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  • Allan Shedlin

How My Students Came to Know Me As "Daddy of the School"

By Allan Shedlin

Founder, DADvocacy Consulting Group

Mickey and I with my students, 1983

It was four-year-old Billy who provided the best definition of how I saw the essence of my job as an elementary school principal.


The social studies curriculum for the pre-kindergarten students began with a study of “community helpers.” But rather than begin with the more traditional look at policemen, firemen, postal workers, sanitation workers, etc., we began by looking at the community helpers within the school building – the people our students interacted with on an almost daily basis. These included the kitchen staff, the custodial staff, the secretaries, and various administrators. And me, the principal.

Those educators who take a personal, loving interest in their students tend to make the best connections and, ultimately, make the biggest difference in their students' lives.
At graduation, June 1983

Systematically, the pre-kindergarteners interviewed the in-school community helpers to find out what their job was, what they did. When Billy’s class of 19 bright-eyed four-year-olds came in to interview me we sat in a circle on the floor of my office and they asked, “What do you do?” (I know a lot of people wonder what a principal actually does…) I told them I would be happy to answer their question if they would first answer mine: “What do you think a principal does?”


As we went around the circle, I noticed that Billy seemed to be thinking intently. When his turn came, stroking his chin like he was a wise, old man, he said, “The principal is kind of like the daddy of the school.”


Bingo! That was exactly the main way I carried out my role! Of course, I wondered why none of my professors ever included this idea/role during my graduate studies in school administration.

What the best and wisest parent wants for his own child, that must the community want for all of its children. – John Dewey

I enjoyed a career of more than four decades in education. I taught from graduate school up to nursery school (I make a point of saying "up to" because I've always considered the earliest school years as the most important. It's where foundations are laid, habits are formed, and where children's desperation to learn is either encouraged or extinguished). And I've served as an administrator at various levels and as a local, state, and federal policy advisor. Not once during that time had anybody else ever thought to articulate the role of a principal in such nurturing, compassionate terms. As a matter of fact, it probably would have been deemed “unprofessional.”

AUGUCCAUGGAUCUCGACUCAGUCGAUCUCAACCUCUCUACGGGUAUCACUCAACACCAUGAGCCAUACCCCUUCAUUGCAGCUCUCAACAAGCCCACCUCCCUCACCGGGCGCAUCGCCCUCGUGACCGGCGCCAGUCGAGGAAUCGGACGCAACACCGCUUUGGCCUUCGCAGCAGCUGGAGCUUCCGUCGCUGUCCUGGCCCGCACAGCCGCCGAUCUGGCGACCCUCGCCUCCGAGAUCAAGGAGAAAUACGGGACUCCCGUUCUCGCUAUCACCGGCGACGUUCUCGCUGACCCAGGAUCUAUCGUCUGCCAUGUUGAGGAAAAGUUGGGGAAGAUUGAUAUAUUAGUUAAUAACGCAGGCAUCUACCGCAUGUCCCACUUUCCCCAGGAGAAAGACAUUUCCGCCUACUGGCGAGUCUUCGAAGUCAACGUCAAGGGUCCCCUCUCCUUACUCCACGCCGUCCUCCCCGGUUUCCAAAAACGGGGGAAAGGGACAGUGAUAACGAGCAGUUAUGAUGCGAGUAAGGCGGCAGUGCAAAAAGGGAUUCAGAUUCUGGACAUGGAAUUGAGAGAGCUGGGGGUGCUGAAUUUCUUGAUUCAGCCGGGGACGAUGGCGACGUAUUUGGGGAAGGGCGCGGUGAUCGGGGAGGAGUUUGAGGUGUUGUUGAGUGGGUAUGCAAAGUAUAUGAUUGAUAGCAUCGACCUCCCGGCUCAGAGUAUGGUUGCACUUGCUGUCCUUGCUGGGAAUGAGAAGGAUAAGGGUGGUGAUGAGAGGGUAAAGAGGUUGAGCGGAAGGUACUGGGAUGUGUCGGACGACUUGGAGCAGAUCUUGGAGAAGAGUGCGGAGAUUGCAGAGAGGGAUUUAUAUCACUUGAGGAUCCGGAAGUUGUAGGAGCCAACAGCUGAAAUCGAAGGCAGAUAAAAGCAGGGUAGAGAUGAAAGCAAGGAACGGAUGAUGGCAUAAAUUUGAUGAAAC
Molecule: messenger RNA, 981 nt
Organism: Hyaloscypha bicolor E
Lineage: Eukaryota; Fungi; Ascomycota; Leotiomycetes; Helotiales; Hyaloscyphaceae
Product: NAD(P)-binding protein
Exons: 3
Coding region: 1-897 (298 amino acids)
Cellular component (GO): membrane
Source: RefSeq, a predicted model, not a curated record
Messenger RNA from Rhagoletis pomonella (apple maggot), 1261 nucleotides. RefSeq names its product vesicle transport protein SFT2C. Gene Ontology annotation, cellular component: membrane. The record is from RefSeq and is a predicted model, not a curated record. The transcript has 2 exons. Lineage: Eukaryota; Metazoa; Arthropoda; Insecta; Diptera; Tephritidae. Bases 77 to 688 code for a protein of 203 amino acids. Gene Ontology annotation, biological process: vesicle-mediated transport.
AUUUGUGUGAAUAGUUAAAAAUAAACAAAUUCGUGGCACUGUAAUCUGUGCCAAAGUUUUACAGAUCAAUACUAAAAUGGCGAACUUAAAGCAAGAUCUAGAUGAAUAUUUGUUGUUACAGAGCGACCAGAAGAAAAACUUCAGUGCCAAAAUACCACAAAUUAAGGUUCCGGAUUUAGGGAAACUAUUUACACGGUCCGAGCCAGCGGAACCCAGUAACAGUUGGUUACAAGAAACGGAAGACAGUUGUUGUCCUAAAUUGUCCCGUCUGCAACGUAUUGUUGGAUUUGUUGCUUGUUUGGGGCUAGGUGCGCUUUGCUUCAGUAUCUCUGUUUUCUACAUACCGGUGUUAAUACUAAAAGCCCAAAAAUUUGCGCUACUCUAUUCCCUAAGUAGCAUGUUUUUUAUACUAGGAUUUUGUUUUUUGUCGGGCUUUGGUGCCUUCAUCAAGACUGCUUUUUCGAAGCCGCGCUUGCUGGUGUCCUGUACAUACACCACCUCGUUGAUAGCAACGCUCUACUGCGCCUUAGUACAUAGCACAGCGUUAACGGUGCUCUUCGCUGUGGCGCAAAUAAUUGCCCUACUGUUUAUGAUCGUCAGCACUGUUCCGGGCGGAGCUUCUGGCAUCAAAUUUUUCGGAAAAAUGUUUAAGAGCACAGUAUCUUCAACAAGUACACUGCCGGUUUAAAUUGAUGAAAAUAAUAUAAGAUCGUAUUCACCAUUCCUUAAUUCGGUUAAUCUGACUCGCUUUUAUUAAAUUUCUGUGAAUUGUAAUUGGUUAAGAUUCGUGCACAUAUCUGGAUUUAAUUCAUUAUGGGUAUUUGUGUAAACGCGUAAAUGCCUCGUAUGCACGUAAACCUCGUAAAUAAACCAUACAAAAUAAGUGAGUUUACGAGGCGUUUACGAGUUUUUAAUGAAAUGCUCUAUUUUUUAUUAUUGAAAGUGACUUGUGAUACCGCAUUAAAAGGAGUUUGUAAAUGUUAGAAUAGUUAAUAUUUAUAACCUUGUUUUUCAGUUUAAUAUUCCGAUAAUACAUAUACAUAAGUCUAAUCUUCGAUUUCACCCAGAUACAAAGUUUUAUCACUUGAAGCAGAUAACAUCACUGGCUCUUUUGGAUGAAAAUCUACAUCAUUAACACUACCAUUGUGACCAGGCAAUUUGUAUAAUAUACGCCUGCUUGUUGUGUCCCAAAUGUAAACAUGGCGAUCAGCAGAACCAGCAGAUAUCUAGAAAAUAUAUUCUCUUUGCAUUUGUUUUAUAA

That said, my broad experience has taught me that those educators who take a personal, loving interest in their students tend to make the best connections and, ultimately, make the biggest difference in their lives.


Progressive educator John Dewey believed, ”What the best and wisest parent wants for his own child, that must the community want for all of its children.” I learned that this also applied to all who have chosen various roles as educators – especially those with the most direct contact with students.

Reunited 30 years later with one of my students.

During my daddying work over the past quarter-century, I’ve realized the thread that has been a constant in my long and ongoing career is the importance of making a caring, loving connection with those you are in a position to help and serve.


Emerging from the crescendo of our pandemic, many parents have been thrust into a role of a “school daddy/mommy.” But "school daddy" or "school mommy" are titles much different than "the daddy of the school." Let me explain: School daddies play a role that has primarily been thrust upon them, with little or no preparation or training. The role tends to narrowly focus on particular assignments and is complicated by the variety of other roles dads play as well as other home-related demands. It's added onto all the other things he is expected to do and, thus, may be accompanied by resentment and frustration.


On the other hand, as the daddy (or mommy) of the school, the principal has prepared and been trained for the job. They have chosen it. They are present for 6-8 hours a day and their exclusive task is the well-being of everybody in their school, regardless of what other demands may occur throughout the day. So, once again, we are reminded of the various other people in a child's life, who often play invaluable fatherly roles. And such individuals can and do make a positive, lifelong impact on a child's development. And if open to it, the children can make a positive, lifelong impact on theirs.


Daddy on!



Allan Shedlin has devoted his life’s work to improving the odds for children and families. He has three daughters, a “bonus” son, five grandchildren, and three “bonus” grandchildren. Trained as an educator, Allan has alternated between classroom service, policy development, and advising. After eight years as an elementary school principal, Allan founded and headed the National Elementary School Center for 10 years. In the 1980s, he began writing about education and parenting for major news outlets and education trade publications, as well as appearing on radio and TV. In 2008, he was honored as a "Living Treasure" by Mothering Magazine and founded REEL Fathers in Santa Fe, NM, where he now serves as president emeritus. In 2017, he founded the DADvocacy Consulting Group. In 2018, he launched the DADDY Wishes Fund and Daddy Appleseed Fund. In 2019 he co-created and began co-facilitating the Armor Down/Daddy Up! and Mommy Up! programs. He earned his elementary and high school diplomas from NYC’s Ethical Culture Schools, BA at Colgate University, MA at Columbia University’s Teachers College, and an ABD at Fordham University. But he considers his D-A-D the most important “degree” of all.